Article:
Forget the get-rich-quick schemes, like the long odds of winning a state lottery or Regis Philbin's game show. Wayne H. Wagner and Al Winnikoff will make anyone a millionaire - by the time he or she is 65 and without much pain or much denial of pleasures and amenities. What a great deal, and guaranteed, too, or so they promise.
They show how in their new book "Millionaire," published by Renaissance Books, Los Angeles. Its subtitle lays out the authors' premise: "The best explanation of how an index fund can turn your lunch money into a fortune."
Their book isn't designed for defined benefit fund sponsors. It's intended for individuals, so its precepts would especially serve 401(k) participants.
Mr. Wagner, chairman of Plexus Group, Los Angeles, a stock trading evaluator, and Mr. Winnikoff, a Malibu real estate investor, also created a website, cleverly named www.lunchmoneymillionaire.com, whose links assist one in following the book's plan.
The authors plot a simple course: save regularly (but not to the pain of frugality, they stress, and risk giving up on the plan), invest in a low-fee, diversified stock index fund, namely, the Standard & Poor's 500, and never sell (at least until retiring).
Now might not seem an attractive time to invest in the stock market, with continuing unease about a turnaround. On the contrary, said Mr. Wagner in an interview, "now is a great time to buy. Look, they are having a half-price sale on American industry." In the book, the authors address that "mad desire to bail out when things look way out of line." "Resist," they implore readers.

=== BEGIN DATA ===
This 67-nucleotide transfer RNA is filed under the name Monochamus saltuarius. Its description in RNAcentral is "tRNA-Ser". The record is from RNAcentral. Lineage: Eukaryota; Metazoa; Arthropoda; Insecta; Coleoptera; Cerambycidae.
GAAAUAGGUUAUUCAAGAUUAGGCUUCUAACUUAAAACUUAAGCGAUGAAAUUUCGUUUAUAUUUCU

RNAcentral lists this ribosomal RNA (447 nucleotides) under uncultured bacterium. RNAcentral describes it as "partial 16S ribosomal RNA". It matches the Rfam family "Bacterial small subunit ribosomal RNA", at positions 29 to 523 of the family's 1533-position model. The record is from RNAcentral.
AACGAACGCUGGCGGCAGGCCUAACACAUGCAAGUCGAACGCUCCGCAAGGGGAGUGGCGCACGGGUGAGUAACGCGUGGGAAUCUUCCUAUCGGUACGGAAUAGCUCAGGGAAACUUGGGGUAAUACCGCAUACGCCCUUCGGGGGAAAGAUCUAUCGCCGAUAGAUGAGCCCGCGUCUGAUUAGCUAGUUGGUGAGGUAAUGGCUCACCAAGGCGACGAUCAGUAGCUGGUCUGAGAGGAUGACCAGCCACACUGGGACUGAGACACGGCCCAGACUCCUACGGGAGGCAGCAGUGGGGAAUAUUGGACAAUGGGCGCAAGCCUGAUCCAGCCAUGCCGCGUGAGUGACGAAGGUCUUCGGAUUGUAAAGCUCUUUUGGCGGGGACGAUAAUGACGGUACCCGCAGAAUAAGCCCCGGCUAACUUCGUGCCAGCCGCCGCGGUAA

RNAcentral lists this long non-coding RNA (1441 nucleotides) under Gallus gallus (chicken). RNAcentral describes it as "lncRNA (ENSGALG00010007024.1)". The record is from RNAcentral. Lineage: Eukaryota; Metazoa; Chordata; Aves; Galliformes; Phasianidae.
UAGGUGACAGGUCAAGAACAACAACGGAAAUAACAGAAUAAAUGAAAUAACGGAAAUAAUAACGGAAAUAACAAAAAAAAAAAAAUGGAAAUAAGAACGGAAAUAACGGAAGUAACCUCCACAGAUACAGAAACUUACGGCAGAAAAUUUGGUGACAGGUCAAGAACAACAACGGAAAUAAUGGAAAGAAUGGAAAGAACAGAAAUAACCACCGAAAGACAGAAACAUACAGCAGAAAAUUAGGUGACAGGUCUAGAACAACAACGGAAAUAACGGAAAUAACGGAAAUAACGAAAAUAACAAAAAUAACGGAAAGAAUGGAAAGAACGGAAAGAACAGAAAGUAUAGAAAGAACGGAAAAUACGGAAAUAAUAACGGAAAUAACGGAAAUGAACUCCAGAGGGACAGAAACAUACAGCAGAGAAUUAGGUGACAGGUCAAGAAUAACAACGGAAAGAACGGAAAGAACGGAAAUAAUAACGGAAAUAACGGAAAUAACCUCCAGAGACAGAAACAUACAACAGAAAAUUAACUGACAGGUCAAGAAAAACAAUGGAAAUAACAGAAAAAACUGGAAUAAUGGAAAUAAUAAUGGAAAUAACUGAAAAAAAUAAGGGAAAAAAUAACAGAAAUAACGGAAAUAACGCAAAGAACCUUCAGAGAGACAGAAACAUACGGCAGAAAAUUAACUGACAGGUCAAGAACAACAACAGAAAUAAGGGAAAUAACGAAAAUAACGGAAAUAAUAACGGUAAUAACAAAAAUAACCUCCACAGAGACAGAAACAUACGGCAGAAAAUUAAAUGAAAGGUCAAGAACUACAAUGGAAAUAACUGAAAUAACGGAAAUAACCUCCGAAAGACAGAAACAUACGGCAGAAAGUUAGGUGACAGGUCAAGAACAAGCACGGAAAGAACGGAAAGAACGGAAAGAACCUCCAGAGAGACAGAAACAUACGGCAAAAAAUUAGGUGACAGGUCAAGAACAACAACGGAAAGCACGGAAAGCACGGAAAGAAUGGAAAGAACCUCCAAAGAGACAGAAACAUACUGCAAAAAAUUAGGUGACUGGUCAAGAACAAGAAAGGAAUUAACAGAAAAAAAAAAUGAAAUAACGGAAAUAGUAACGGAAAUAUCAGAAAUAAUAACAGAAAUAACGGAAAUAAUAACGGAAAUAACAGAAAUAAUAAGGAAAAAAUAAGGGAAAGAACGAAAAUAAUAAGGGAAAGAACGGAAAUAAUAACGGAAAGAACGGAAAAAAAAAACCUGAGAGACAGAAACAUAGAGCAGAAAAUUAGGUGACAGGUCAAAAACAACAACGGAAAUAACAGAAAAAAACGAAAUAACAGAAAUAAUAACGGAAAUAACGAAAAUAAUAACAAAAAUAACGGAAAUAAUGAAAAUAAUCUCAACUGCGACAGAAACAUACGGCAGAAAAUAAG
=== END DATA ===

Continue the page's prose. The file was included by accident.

They show how the virtue of investing small amounts regularly can build into a fortune through what Albert Einstein, whom they cite five times, called the miracle of compounding returns. One example is about a chain-smoking couple. From 1930 until 1976, when both died, the couple spent about $33,000 for cigarettes. Mr. Wagner calculated what would have happened had they invested in Philip Morris Cos. stock instead of buying cigarettes, and reinvested the dividends. Investing the average $717.39 a year spent on cigarettes for 46 years, the couple's Philip Morris stock would have appreciated to $9,736,433.03
In another example, the authors show how "free" checking at one bank, even when a customer is allowed to keep the minimum required balance invested in the bank's S&P 500 index fund, would cost $68 a month in lost opportunity costs. The reason: the difference in fees between investing through the bank's high, 0.6% fee index fund vs. a low, 0.18% fee index. (Unfortunately, they don't name the bank.)
The authors make an odd couple. Mr. Wagner was one of the first index fund investors, back in 1976. Mr. Winnikoff has never invested in index funds, although he has now set up indexed accounts for his grandchildren. Mr. Winnikoff, who made his fortune selling Malibu real estate, sold Mr. Wagner his house and is the author of three other books.
"Our goal was to create the simplest investment strategy, no matter how little people know about investing," Mr. Wagner said. Thus, indexing. As for the $1 million, he said they decided on that goal because it's simple to understand. "Consultants will ask what your risk tolerances are," Mr. Wagner said. "Well, no one is sure how to figure that out." Or they'll ask, "How much will you need to spend on arthritic cream when you are 65? Well, who knows that?"
Sponsors of 401(k) plans would do well to encourage their participants to read the book, or at least imitate its simple virtues.